• In 1948 — back in the Jim Crow days — Gene Norman hired an assistant to promote a concert by the great African-American jazz singer Billie Holiday. The assistant received a telephone call by the entertainment editor of a newspaper, who asked, “What color is Billie Holiday? I can’t tell for sure from this mat you sent me, and you know, we don’t run pictures of colored people.” The assistant was stunned, and she let Mr. Norman handle the call. Mr. Norman told the entertainment editor, “The last time I saw Miss Holiday, sir, she was a lovely shade of soft purple with the most exquisite orange polka dots I’ve ever seen,” then he hung up the telephone.
• When African-American gospel singer Mahalia Jackson decided to move into a white suburb, she discovered that no one wanted to sell their home to her, so she asked a real estate agent for help. The real estate agent advertised that the Queen of Gospel wanted to buy a home, and a white dentist stepped forward and said, “I’ll be proud to sell my home to Mahalia.” She bought the home and moved in, but her white neighbors were unhappy and harassed her, although a Catholic priest went door to door, imploring them to show tolerance. Soon, the whites moved out, and the suburb became an upper middle-class African-American neighborhood.
• Singer Nat King Cole was black, and some white people didn’t like it when he moved into their neighborhood. They held a meeting with him and explained that they didn’t want “undesirables” in the neighborhood. Mr. Cole replied, “Neither do I, and if I see anybody undesirable coming in here, I’ll be the first to complain.” Some of the white people complained to the real estate agent who had sold Mr. Cole the house and asked, “Don’t you check out the people you sell to?” She replied, “I sure do. As soon as they walk in the door, I ask them, ‘Have you got the down payment?’”
• During his career, African-American actor/singer Paul Robeson spoke out for equality and justice. Because of Mr. Robeson’s outspokenness, the United States government persecuted him by making him testify before the House UnAmerican Activities Committee and by revoking his passport. Near the end of Mr. Robeson’s life, another African-American actor/singer, Harry Belafonte, asked him if the fight for freedom had been worth the cost. Mr. Robeson replied, “Make no mistake — there is no aspect of what I have done that wasn’t worth it.”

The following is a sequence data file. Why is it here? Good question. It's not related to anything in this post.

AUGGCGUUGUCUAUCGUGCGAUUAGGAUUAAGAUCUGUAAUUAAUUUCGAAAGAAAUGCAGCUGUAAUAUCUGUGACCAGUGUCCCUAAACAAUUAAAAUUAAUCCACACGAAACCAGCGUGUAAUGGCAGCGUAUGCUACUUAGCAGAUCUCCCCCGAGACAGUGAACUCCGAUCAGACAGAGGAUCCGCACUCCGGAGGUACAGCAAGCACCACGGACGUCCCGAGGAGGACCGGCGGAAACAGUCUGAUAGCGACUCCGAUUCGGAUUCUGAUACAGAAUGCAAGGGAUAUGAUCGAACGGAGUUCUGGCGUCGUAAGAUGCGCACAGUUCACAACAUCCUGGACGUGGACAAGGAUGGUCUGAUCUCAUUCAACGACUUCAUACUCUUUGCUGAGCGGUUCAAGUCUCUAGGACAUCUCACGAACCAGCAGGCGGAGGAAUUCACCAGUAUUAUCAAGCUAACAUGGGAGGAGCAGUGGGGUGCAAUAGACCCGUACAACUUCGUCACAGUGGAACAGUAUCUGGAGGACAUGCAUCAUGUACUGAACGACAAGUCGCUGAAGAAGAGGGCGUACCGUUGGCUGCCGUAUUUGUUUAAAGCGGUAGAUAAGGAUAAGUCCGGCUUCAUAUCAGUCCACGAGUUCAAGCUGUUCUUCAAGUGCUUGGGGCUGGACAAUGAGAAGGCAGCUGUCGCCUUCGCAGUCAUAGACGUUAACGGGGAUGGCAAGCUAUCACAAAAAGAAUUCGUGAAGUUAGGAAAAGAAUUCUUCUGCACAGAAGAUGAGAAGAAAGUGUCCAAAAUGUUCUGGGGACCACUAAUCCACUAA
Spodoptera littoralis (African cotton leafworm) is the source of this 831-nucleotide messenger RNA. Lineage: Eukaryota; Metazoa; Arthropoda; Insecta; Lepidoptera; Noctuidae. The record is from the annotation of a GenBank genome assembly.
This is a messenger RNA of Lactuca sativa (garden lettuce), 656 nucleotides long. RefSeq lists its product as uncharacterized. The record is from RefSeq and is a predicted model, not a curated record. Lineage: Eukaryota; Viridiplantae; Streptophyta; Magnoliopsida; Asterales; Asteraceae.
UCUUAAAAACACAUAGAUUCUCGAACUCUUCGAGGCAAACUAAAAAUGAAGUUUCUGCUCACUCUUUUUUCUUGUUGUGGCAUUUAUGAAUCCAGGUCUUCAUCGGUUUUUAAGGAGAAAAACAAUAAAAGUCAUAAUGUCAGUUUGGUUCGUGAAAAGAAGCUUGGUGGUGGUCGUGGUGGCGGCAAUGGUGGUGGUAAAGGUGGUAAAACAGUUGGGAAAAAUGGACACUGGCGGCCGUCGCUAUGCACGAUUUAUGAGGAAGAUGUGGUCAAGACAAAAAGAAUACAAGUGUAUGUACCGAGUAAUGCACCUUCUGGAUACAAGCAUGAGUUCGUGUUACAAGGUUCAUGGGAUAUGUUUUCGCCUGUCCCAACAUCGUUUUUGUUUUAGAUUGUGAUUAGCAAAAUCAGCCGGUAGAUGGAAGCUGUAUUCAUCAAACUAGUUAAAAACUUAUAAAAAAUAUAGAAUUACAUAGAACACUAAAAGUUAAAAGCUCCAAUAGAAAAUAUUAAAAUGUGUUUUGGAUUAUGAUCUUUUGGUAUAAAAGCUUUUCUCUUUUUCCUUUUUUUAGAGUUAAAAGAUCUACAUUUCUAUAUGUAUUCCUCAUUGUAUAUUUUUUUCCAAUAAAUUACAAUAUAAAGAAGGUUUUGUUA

• Billie Holiday’s song “Strange Fruit” was an anti-lynching song — the “strange fruit” of the title was a reference to corpses of lynched African-Americans hanging from trees. Some people, including her mother, worried that the song would stir up trouble for her, but Billie said, “Listen, I’m proud to be singing an anti-lynching song. Someday there’ll be a better world for our people.” Her mother said, “Perhaps, but you won’t be alive to see it.” Billie replied, “Maybe not, but when it happens I’m going to be dancing in my grave.”
• At one time in England, professional musicians attended musical parties at which they performed but at which a cord was strung across the room. The purpose of the cord, of course, was to separate the musicians from the guests. At one party, operatic bass Luigi Lablache was speaking with someone on the other side of the cord when suddenly and quietly he untied the cord and let it drop to the floor. Thereafter, no more cords were used at musical parties in London.
• During the Jim Crow days of legalized segregation, jazz singer Billie Holiday frequently had difficulty finding lodging while touring in the South. During a tour with the Artie Shaw Orchestra — Mr. Shaw and many of his musicians were white — Ms. Holiday got into one segregated hotel after having a red dot painted on her forehead. The hotel management thought she was from India and allowed her to stay.
Copyright by Bruce D. Bruce; All Rights Reserved